Don’t be afraid to disagree; it doesn’t make you a jerk.
In my line of work, disagreement is an inevitability. Disagreement over functions and features; over the distillation of user needs and wants; over strategic directions. It’s these disagreements and varieties of stance which help you reduce the risk of bias and give you and your team the best chance of creating a truly valuable solution to the problem you’re looking to solve.
If we were all ‘Yes’ people (Not ‘Yes, and...’ people!) we would end up with odd homogeneities that we’d like to call ‘solutions’ but were, in reality, a mish-mash of ideas which we smashed together because we either avoided disagreements or couldn’t come to a consensus.
That end doesn’t help the people at the heart of a problem or benefit the team going forward.
So how do you disagree well?
Don’t be afraid.
First off, don’t be afraid to say ‘I disagree’. It can feel daunting when you’re ‘in the room’ or stuck in the middle of a team of super-confident people to stand up and say that you’re not onboard with what is being discussed. However, it’s the first step to moving a conversation forward.
You’re not being contrary; you’re saying ‘I hear you, but I’d like to express a different opinion and explore this in another way’.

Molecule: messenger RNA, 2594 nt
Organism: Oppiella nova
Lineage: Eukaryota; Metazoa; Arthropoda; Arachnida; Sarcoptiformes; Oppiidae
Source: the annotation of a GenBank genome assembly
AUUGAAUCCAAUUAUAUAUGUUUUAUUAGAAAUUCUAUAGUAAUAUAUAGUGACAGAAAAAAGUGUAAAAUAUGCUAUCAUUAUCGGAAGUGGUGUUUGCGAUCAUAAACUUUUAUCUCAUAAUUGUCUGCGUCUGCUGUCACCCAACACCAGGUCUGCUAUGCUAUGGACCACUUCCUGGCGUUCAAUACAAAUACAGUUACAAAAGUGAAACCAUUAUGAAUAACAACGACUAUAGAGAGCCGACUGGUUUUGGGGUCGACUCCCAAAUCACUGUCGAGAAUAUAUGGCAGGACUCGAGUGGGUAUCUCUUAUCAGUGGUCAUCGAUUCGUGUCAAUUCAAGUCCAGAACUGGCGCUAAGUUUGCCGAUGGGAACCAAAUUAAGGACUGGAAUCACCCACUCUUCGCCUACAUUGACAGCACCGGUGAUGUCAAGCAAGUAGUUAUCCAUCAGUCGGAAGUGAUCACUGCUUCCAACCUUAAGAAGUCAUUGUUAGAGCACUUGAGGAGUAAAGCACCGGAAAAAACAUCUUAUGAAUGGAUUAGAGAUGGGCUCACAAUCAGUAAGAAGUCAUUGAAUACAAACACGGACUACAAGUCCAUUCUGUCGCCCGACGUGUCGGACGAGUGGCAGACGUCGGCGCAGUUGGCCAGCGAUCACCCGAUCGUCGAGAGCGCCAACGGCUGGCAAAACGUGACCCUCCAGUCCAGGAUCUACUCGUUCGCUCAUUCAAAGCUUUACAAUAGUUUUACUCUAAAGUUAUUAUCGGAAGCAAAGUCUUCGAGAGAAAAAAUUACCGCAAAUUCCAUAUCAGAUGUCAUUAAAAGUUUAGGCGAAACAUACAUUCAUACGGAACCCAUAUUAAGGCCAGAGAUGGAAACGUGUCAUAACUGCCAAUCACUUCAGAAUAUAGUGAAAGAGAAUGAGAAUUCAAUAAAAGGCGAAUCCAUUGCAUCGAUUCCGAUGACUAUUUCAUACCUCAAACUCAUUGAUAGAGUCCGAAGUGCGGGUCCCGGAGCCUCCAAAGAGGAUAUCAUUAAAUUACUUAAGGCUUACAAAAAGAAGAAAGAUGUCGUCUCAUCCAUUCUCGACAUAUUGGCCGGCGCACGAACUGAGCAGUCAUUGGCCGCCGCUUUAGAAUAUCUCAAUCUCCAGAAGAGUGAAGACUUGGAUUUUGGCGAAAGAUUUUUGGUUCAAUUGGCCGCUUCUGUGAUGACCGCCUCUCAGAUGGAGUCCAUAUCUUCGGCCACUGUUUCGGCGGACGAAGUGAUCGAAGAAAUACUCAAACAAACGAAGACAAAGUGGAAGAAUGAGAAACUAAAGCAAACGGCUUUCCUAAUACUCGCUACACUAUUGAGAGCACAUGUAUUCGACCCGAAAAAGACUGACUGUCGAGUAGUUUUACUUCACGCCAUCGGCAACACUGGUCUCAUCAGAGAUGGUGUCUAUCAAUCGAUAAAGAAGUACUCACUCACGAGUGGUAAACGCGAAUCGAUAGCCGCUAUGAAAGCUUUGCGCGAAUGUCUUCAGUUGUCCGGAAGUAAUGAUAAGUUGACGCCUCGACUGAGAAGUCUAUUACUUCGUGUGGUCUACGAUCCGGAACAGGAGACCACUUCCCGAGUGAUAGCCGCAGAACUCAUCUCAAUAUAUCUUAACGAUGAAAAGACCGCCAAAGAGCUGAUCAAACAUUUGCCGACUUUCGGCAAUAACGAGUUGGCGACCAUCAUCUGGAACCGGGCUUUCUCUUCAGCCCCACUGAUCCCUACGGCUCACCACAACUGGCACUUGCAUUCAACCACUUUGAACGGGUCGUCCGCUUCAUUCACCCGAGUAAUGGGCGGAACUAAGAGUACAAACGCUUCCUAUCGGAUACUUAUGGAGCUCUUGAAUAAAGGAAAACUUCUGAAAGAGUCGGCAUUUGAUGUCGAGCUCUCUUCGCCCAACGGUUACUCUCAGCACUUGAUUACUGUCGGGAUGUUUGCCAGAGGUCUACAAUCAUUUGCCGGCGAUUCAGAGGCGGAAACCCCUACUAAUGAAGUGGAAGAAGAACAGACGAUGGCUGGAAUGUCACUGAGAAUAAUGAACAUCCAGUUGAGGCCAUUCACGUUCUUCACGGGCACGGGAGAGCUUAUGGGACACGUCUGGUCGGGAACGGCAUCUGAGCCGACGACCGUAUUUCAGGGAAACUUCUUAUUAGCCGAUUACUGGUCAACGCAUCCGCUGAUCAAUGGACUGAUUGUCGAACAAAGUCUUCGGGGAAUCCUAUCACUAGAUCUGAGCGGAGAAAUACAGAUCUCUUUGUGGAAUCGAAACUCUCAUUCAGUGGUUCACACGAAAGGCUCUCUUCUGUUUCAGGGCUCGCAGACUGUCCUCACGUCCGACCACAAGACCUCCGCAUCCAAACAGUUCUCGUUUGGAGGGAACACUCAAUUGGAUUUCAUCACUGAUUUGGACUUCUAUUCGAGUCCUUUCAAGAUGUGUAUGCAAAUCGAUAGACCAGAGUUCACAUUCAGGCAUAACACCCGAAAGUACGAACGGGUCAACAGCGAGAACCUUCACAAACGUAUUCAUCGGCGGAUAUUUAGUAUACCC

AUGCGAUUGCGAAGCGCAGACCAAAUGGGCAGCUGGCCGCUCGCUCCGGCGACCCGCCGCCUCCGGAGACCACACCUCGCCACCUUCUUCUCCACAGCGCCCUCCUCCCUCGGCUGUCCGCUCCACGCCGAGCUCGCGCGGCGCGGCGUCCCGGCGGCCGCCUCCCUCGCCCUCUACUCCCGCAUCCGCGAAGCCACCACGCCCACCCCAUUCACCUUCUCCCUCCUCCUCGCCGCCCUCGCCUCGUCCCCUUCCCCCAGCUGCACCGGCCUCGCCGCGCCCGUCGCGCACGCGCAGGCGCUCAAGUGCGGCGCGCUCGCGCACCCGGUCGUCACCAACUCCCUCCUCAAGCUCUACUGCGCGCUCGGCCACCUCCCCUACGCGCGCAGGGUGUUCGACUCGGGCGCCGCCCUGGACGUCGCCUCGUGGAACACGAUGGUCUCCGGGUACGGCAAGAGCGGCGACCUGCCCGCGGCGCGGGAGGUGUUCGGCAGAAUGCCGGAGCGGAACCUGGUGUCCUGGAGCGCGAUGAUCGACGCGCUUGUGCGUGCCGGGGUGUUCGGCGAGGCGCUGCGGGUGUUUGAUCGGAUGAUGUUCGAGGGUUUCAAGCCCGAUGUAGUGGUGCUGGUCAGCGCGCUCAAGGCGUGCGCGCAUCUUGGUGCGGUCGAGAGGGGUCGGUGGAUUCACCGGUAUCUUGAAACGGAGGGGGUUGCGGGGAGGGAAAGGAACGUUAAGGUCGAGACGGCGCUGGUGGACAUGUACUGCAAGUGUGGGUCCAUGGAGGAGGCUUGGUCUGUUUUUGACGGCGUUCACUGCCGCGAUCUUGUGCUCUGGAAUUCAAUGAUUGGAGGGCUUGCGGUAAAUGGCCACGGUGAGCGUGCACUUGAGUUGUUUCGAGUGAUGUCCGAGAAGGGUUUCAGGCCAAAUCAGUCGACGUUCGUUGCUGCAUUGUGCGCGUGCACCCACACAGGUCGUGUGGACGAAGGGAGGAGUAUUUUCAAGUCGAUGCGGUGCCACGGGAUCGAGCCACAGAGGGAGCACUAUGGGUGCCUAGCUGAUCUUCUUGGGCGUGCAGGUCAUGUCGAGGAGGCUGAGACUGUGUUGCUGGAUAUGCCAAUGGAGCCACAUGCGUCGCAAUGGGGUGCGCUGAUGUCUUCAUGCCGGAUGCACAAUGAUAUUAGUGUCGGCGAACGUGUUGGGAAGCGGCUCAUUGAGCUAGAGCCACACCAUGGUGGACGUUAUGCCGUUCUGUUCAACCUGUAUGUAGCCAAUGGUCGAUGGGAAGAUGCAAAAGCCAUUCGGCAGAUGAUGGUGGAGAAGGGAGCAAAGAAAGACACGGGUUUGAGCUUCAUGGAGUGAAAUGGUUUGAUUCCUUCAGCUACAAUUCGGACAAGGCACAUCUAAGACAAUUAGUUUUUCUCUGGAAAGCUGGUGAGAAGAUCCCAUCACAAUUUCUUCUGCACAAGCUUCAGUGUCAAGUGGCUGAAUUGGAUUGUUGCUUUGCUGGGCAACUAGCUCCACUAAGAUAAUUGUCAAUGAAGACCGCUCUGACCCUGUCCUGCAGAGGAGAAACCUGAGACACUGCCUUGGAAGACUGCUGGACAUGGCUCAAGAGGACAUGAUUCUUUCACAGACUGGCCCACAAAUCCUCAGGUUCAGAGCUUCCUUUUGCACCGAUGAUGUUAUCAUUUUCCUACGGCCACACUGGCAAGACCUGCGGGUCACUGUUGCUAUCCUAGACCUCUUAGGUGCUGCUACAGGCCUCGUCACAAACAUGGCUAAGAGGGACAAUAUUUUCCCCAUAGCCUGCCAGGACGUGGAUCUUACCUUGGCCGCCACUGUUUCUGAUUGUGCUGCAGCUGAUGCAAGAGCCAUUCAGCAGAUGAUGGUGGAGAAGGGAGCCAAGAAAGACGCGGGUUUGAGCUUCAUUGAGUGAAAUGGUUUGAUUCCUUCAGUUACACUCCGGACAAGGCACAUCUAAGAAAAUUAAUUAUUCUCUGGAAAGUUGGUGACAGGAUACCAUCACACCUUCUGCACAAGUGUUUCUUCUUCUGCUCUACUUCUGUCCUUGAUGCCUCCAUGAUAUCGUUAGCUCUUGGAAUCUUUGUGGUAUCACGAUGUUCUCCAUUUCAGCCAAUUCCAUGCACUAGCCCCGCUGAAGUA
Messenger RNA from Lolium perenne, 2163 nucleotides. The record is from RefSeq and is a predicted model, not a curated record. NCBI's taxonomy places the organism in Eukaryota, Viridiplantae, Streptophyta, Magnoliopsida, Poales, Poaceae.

Carry yourself well.
Once you’ve opened the door, make sure you’re ready to step through.
How you approach a conflicting conversation and how you conduct yourself during it are important. Your tone and your body language speak volumes. Even if you’ve gotten your heckles up and are feeling somewhat heated, find a way to remain present and willing to talk. This isn’t a battle, it’s a conversation!
Now you’ve gotten everyone talking, be ready to qualify your thinking. You’ve cared enough to voice a contradiction; make sure you’re ready to dig in and explain why you don’t agree and what an alternative approach may be. “Just because.” won’t cut it at this stage.
Speak clearly and articulate your point; it takes practice but you can do it. Don’t use words you don’t need to and don’t ‘try to sound clever’. Be yourself and speak to what you believe.
Make sure you’re relating your reasoning back to known quantities - user research and business goals - as well as leaning into your professional expertise. Sometimes clients and stakeholders will only hear the things relating to the bottom line or a key metric even though what you know of a problem and how to solve it is perfectly valid.
You know, too, that you can always test and iterate. The ‘Lean’ approach for designing solutions requires us to decide quickly, test, and learn. If you can get some real-world insight from a tested idea go for it!
Disagreement is healthy, progressive, and demonstrates real trust between people and teams. Be confident to disagree, be willing to be wrong, and be ready to learn.